The example I get to experience, frequently, is how helpful they can be with a stroller.  The trains are generally set up to work well with strollers — there’s designated stroller parking areas on the trains, and doors that are marked which are stroller accessible (generally, but not always, they’ll even accommodate our double stroller) and all of the underground trains are accessible by elevator.

Every so often, though, an elevator might be out of service.  And although I prefer to travel up and down by elevator, I will use an escalator in a pinch — but not every station has an escalator going down, and often the staircase is too long to try to manage a stroller on my own down a flight of stairs (what’s possible isn’t always safe).  And some of the trams and out-of-town trains have several steps up to get inside.  Both can be difficult, if not impossible, to manage with a stroller.  100% of the time that I’ve run in to a difficult situation I have had one or more complete strangers offer to assist by helping me carry the stroller up or down the stairs, helping us on or off the tram or helping us carry excess stuff that isn’t easy to manage on an escalator.  (I had one particularly memorable situation where I had Liam in the stroller, B on his bike and the elevator was broken.  I had no idea what I was going to do — I simply didn’t have enough hands to get everyone safely up the escalator.  But then a woman who had just come down the escalator I was trying to go up stopped and offered to help.  She carried the bike while I managed the stroller and Benjamin — and she even missed her train to do it.)  This kind of kindness is a normal part of daily life here in Vienna.  I’m still a little surprised when it happens, but people generally count on it, and it is incredibly reliable.  I am incredibly grateful for this help when I need it, and truly impressed by the culture of responsibility and thoughtfulness that has created it.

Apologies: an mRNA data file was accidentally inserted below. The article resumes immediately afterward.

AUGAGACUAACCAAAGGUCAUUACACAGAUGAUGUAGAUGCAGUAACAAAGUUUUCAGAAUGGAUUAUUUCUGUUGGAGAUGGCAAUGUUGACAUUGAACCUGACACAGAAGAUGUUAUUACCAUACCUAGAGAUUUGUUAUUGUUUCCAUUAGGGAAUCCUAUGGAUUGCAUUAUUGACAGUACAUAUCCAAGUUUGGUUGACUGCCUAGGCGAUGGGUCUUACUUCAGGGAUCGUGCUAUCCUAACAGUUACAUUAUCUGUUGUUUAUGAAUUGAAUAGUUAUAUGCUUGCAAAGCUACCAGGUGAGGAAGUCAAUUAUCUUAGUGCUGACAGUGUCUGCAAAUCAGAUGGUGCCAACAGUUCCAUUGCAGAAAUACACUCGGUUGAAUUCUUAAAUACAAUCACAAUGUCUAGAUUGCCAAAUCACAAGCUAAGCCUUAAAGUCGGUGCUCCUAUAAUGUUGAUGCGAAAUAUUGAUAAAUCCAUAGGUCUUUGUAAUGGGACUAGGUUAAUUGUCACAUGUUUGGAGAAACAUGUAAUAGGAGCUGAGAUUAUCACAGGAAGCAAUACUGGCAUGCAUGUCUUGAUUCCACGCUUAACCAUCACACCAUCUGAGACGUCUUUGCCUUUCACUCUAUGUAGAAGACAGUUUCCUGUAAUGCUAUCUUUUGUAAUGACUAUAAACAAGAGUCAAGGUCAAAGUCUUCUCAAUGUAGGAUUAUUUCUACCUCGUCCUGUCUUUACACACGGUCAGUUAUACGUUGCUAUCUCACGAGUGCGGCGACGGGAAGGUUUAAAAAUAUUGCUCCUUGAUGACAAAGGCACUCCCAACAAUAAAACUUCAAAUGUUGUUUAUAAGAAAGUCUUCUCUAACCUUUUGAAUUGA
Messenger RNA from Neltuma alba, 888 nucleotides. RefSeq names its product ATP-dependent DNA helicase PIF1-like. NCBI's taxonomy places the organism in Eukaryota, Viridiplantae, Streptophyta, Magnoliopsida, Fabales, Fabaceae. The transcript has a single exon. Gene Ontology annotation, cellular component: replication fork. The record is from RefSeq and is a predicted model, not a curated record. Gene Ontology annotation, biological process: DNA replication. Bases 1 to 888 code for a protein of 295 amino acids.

But this leaves me all the more perplexed by the behavior I see regarding Austrians and elevators.  Every single day, I see people go out of their way to walk to take an elevator when they could, more easily and more quickly, have taken an escalator or the stairs.  They will wait for the elevator to come (the elevators here aren’t usually very fast) and pack themselves in.  There are signs on the elevators stating that priority is to be given to strollers, people in wheelchairs, and the elderly, but no one seems to care.  I have, on several occasions, been pushed aside so that seemingly fit people can take the elevator that they had to walk out of their way to get to.  (I’ve seen wheelchairs pushed aside, too.)  Generally, the people here don’t shrink away from physical activity, and the sense of courtesy and responsibility seems so strong that I just can’t make sense of this one weird little thing.  It just seems so out of character based on everything else I experience here, but it’s also remarkably pervasive.  (I wonder if it’s related to the dislike of waiting in lines that seems to be common here, too.)

I am impressed and amazed by the amount of kindness and help I’ve gotten here when I need it — it’s part of what made my mind up to move here when the opportunity came up.  The strangeness with the elevators doesn’t undo that — it’s just a piece of the puzzle that I don’t understand yet (and there are still a lot of those).